This lesson provides an introduction to upgradeable smart contracts, which are how Web3 developers securely add functionality to immutable contracts.
Patrick summarizes the different types of upgrade techniques, introduces delegate calls, and compares universal upgradable smart contract proxies (UUPS) to transparent proxy patterns.
Lesson 14: Foundry DAO/Governance
In lesson 14, students will learn about another core Web3 concept—decentralized autonomous organizations (DAOs), which are tools used for governing decentralized applications.
Patrick not only explains what a DAO is at a fundamental level, but also provides step-by-step instructions on how to set up a DAO by creating a governance token and smart contract and running tests for your DAO smart contract to ensure correct functionality and execution.
Lesson 15: Smart Contract Security and Auditing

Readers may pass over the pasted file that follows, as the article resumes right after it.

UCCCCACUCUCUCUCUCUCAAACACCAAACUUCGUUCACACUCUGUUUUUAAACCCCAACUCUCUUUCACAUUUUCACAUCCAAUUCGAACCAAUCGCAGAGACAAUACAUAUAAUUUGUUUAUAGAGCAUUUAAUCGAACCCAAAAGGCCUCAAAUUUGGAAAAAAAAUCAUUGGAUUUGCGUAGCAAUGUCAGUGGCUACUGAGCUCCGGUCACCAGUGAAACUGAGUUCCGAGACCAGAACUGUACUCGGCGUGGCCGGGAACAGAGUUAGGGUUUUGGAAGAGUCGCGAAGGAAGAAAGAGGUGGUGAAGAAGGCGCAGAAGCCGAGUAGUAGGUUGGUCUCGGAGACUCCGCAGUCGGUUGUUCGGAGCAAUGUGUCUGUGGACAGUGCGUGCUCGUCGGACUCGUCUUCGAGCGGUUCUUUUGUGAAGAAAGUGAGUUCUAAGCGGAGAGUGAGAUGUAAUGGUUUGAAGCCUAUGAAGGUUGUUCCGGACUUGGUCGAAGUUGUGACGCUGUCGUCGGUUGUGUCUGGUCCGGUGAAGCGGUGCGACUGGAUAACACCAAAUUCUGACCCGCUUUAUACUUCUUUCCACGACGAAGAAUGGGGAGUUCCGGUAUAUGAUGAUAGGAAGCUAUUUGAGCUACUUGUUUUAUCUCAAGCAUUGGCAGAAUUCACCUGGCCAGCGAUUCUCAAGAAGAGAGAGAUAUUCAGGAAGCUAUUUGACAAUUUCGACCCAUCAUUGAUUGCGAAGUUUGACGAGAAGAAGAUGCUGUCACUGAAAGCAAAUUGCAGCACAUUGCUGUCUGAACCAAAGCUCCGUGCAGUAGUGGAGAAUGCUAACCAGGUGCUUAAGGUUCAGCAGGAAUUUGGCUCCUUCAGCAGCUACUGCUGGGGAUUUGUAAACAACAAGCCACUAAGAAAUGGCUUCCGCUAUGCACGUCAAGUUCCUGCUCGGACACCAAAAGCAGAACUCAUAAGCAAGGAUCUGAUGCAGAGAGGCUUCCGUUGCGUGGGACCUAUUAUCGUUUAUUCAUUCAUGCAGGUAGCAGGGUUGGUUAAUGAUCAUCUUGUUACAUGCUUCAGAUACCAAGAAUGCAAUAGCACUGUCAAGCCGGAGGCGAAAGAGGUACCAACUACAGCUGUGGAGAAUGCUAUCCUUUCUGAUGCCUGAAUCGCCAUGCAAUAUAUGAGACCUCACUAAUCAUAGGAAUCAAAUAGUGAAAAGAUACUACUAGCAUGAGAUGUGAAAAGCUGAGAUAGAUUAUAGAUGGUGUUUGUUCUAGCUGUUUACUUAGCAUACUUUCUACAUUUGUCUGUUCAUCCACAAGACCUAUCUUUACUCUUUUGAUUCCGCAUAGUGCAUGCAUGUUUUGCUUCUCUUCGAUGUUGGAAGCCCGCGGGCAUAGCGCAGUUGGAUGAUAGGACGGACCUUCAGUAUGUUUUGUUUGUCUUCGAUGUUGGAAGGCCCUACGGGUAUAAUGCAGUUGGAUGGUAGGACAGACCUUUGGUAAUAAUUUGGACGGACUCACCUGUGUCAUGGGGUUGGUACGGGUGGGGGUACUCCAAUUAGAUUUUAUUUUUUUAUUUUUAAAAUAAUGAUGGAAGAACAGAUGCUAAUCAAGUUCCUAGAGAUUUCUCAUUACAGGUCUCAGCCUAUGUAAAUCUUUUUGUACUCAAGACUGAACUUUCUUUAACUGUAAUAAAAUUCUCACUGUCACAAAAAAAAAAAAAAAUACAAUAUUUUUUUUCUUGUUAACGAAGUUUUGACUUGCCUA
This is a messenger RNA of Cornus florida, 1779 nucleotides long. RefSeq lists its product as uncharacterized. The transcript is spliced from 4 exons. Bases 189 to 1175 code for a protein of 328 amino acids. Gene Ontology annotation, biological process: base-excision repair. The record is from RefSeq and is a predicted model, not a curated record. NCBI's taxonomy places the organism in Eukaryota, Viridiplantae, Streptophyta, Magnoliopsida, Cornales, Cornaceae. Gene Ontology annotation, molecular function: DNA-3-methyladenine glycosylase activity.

The final lesson of the 27-hour development tutorial focuses on smart contract security and auditing.
Students will learn about the importance of smart contract audits, the process of manual review, and various tools and techniques used in the auditing process, such as static analysis, dynamic analysis, formal verification, and fuzzing.
Get Started Today
As one of the best blockchain courses on the Internet today, Patrick’s 27-hour Foundry tutorial is a great starting point for anyone aiming to break into Web3 development, whether that means learning to code for the first time or transitioning skills from Web2.
Because there’s massive demand for smart contract developers and a relatively small talent pool, there’s heaps of opportunity available for those with the tenacity, will, and dedication to complete this 27-hour-long free blockchain course. There’s no better time to get started than right now.
Start learning today.